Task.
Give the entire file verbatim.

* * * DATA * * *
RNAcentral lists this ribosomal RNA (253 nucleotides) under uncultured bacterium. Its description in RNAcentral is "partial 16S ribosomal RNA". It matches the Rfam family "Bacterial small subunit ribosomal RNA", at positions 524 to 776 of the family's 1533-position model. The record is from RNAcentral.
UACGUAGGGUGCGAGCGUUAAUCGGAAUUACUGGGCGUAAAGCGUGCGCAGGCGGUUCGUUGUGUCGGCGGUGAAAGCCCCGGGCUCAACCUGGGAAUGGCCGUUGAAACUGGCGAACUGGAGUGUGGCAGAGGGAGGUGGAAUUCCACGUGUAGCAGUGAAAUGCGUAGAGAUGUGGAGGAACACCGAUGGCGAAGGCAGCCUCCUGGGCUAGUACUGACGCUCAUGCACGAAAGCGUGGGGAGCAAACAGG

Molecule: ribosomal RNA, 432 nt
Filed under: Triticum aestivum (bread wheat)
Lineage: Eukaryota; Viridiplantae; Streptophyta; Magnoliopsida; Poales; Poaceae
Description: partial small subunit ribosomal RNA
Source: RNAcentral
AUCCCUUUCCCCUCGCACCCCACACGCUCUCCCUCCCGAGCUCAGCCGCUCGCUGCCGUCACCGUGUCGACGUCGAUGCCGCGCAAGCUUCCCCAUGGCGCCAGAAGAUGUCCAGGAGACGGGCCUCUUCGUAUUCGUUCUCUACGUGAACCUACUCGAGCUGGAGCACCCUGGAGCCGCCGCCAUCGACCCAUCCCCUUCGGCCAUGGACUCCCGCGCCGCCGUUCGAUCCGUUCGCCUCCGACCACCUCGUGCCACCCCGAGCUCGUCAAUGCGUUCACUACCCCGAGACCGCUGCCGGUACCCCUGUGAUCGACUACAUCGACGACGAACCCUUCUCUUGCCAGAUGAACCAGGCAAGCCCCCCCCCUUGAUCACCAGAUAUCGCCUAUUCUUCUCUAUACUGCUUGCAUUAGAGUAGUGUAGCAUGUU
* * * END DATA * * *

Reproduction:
RNAcentral lists this ribosomal RNA (253 nucleotides) under uncultured bacterium. Its description in RNAcentral is "partial 16S ribosomal RNA". It matches the Rfam family "Bacterial small subunit ribosomal RNA", at positions 524 to 776 of the family's 1533-position model. The record is from RNAcentral.
UACGUAGGGUGCGAGCGUUAAUCGGAAUUACUGGGCGUAAAGCGUGCGCAGGCGGUUCGUUGUGUCGGCGGUGAAAGCCCCGGGCUCAACCUGGGAAUGGCCGUUGAAACUGGCGAACUGGAGUGUGGCAGAGGGAGGUGGAAUUCCACGUGUAGCAGUGAAAUGCGUAGAGAUGUGGAGGAACACCGAUGGCGAAGGCAGCCUCCUGGGCUAGUACUGACGCUCAUGCACGAAAGCGUGGGGAGCAAACAGG

Molecule: ribosomal RNA, 432 nt
Filed under: Triticum aestivum (bread wheat)
Lineage: Eukaryota; Viridiplantae; Streptophyta; Magnoliopsida; Poales; Poaceae
Description: partial small subunit ribosomal RNA
Source: RNAcentral
AUCCCUUUCCCCUCGCACCCCACACGCUCUCCCUCCCGAGCUCAGCCGCUCGCUGCCGUCACCGUGUCGACGUCGAUGCCGCGCAAGCUUCCCCAUGGCGCCAGAAGAUGUCCAGGAGACGGGCCUCUUCGUAUUCGUUCUCUACGUGAACCUACUCGAGCUGGAGCACCCUGGAGCCGCCGCCAUCGACCCAUCCCCUUCGGCCAUGGACUCCCGCGCCGCCGUUCGAUCCGUUCGCCUCCGACCACCUCGUGCCACCCCGAGCUCGUCAAUGCGUUCACUACCCCGAGACCGCUGCCGGUACCCCUGUGAUCGACUACAUCGACGACGAACCCUUCUCUUGCCAGAUGAACCAGGCAAGCCCCCCCCCUUGAUCACCAGAUAUCGCCUAUUCUUCUCUAUACUGCUUGCAUUAGAGUAGUGUAGCAUGUU